Devoted to his son and three daughters, Mr. Lee was married to Frances Cunningham Lee, who suffered from a “nervous disorder” and was obese, moody, and difficult. Mr. Lee stoically endured, outliving his younger wife by 15 years and never remarrying. Harper Lee attached herself to her beloved father. In her novel, the family’s mother goes completely unmentioned. The filmmakers felt obliged at least to reference her death.
Mr. Lee wanted Harper to follow him into the profession of law, as her older sister had done. A tomboy and an affectionate rebel, Harper resisted, opting instead to move to New York, work at odd jobs, and make literary contacts. Well-heeled friends financed a one-year sabbatical for her, during which she wrote her book. Its immediate success shocked and amused old Mr. Lee, who had thought his daughter’s literary ambitions highly esoteric.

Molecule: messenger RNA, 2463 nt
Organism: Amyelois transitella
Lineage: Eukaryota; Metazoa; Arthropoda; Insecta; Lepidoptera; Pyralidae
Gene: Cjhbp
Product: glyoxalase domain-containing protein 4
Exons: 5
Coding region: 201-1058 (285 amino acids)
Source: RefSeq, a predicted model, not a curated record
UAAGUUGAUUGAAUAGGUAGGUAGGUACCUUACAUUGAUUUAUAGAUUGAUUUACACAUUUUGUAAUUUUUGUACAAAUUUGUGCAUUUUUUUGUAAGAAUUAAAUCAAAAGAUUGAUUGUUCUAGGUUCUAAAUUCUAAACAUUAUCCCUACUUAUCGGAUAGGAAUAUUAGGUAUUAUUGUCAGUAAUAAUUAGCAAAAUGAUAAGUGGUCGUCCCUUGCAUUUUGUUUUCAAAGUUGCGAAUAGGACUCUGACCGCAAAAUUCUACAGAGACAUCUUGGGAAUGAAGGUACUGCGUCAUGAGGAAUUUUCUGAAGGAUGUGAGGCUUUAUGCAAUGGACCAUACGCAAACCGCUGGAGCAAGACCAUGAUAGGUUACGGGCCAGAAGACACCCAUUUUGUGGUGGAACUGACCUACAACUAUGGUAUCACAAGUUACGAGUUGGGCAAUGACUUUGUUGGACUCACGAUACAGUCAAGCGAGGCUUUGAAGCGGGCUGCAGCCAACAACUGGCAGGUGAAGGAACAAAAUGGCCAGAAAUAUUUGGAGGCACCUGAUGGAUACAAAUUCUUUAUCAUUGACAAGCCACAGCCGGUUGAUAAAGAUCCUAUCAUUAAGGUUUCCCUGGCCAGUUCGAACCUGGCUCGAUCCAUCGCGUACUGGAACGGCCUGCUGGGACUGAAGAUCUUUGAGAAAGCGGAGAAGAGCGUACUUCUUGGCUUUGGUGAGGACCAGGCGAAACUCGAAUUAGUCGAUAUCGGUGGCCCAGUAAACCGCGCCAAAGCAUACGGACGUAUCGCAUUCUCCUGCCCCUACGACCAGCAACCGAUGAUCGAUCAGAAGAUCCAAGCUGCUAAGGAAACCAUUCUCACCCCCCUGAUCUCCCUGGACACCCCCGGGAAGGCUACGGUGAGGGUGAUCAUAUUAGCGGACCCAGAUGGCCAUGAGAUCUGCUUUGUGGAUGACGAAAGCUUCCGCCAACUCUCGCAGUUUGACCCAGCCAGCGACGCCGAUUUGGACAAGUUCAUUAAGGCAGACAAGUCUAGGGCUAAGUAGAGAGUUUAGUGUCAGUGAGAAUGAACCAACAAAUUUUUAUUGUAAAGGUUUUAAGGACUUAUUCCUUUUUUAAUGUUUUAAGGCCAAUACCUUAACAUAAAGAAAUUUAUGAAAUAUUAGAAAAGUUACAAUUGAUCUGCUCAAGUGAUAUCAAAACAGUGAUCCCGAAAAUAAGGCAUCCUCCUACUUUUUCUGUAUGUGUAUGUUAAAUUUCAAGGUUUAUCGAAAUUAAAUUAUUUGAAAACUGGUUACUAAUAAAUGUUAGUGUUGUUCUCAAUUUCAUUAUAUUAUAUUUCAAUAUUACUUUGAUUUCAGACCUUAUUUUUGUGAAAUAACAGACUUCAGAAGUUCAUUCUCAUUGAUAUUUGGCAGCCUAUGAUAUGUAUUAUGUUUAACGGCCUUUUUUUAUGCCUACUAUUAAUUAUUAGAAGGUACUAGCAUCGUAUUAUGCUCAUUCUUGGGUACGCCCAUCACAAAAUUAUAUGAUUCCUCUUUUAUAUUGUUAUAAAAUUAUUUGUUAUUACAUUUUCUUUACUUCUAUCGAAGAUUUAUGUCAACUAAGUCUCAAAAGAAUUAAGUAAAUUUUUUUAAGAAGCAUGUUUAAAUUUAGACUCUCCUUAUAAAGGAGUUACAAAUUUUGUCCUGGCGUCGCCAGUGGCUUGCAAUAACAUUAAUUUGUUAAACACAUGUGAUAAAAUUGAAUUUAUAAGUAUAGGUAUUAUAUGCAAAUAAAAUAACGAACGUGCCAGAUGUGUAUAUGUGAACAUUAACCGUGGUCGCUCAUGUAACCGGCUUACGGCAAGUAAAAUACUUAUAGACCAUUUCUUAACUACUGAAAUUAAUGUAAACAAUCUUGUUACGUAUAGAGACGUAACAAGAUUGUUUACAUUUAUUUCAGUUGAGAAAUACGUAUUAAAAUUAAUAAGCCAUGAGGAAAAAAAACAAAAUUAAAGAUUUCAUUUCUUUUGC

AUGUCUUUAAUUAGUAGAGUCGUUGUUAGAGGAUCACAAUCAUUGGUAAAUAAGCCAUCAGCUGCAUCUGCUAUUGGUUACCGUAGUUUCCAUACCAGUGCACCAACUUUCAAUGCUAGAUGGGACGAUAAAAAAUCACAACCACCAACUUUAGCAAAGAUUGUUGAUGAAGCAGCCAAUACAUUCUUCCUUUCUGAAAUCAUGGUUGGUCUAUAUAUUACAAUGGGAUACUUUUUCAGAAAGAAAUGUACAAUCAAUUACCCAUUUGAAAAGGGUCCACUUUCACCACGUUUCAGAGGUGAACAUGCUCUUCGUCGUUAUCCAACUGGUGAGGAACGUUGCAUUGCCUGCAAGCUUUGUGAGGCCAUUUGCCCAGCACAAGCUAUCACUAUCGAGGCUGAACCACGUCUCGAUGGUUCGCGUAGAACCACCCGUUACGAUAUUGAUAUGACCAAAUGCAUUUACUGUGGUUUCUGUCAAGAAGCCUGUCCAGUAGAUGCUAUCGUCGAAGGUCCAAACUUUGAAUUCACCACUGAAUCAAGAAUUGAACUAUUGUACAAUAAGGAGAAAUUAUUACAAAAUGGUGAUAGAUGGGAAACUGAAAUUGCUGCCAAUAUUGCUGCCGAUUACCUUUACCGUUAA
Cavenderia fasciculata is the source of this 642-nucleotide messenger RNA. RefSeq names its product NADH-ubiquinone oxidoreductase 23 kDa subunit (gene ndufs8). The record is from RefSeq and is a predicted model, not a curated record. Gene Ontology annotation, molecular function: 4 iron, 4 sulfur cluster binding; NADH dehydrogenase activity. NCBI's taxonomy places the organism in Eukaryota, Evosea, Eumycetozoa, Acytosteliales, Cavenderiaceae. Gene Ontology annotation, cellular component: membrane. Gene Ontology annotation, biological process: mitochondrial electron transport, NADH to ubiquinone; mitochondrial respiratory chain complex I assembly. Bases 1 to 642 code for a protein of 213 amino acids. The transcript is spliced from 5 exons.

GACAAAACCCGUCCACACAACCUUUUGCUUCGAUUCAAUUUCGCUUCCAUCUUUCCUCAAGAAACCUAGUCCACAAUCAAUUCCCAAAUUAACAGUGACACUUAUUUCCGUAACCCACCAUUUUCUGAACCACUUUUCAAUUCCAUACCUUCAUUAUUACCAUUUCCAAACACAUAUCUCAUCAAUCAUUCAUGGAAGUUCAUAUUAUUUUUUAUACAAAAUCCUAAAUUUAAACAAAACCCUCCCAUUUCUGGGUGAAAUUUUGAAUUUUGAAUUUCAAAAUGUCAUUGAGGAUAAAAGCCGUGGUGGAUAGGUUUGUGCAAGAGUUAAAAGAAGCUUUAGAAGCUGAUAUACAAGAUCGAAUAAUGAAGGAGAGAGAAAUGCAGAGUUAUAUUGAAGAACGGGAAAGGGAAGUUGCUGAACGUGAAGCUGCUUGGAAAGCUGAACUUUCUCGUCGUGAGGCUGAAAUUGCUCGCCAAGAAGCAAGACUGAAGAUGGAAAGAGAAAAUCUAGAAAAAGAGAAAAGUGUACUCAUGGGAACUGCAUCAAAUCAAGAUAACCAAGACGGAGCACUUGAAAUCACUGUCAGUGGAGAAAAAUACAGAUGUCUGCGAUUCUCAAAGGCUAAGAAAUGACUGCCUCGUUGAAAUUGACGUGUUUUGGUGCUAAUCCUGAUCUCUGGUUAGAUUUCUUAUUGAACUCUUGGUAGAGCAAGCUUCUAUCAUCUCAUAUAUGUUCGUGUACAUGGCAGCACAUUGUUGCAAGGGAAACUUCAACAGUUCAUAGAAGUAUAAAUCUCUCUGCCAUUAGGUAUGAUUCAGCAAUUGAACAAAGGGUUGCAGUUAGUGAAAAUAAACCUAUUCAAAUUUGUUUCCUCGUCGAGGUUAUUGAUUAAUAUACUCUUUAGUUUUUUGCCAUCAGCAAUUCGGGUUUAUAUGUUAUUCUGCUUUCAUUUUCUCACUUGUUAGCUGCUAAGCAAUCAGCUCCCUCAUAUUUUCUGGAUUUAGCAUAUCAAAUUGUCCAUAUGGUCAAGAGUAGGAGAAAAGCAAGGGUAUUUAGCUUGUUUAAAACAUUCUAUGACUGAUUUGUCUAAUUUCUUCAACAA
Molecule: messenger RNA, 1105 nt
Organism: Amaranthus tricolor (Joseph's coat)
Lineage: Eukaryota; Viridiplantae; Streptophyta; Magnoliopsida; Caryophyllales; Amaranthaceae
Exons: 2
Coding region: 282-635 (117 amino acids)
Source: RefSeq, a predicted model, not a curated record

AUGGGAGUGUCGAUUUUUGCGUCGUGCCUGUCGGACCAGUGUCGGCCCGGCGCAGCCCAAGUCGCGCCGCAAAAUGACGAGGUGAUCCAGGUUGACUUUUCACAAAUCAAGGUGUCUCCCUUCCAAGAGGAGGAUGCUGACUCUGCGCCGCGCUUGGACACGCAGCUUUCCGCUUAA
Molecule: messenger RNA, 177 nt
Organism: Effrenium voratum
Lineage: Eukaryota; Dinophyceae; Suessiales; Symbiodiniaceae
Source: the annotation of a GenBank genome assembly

In preparation for the movie, Gregory Peck journeyed to Monroeville to meet the elderly but still courtly Mr. Lee. Both the actor and the small-town lawyer were charmed by the encounter. Amasa Lee died before the movie was finished. Other Monroeville residents believed that Peck had captured many of Mr. Lee’s eccentric ways, including the manner in which he often caressed his pocket watch. Harper Lee wept when she first saw Peck in costume on the movie set; he even had her father’s “little paunch.”
An important feature of the Harper Lee story is the long friendship she cultivated with the flamboyant and self-destructive Truman Capote, who had spent part of his childhood as a neighbor to the Lee family. Already an established author in New York in the 1950’s, Capote helped Lee make literary contacts. Lee, in turn, served as Capote’s research assistant while he was writing In Cold Blood, the sordid tale of the murder of the Clutter family in Garden City, Kansas. Small-town Kansas would not likely have opened up to the dwarfish and effeminate Capote without the reassuring presence of a very normal and unpretentious Harper Lee.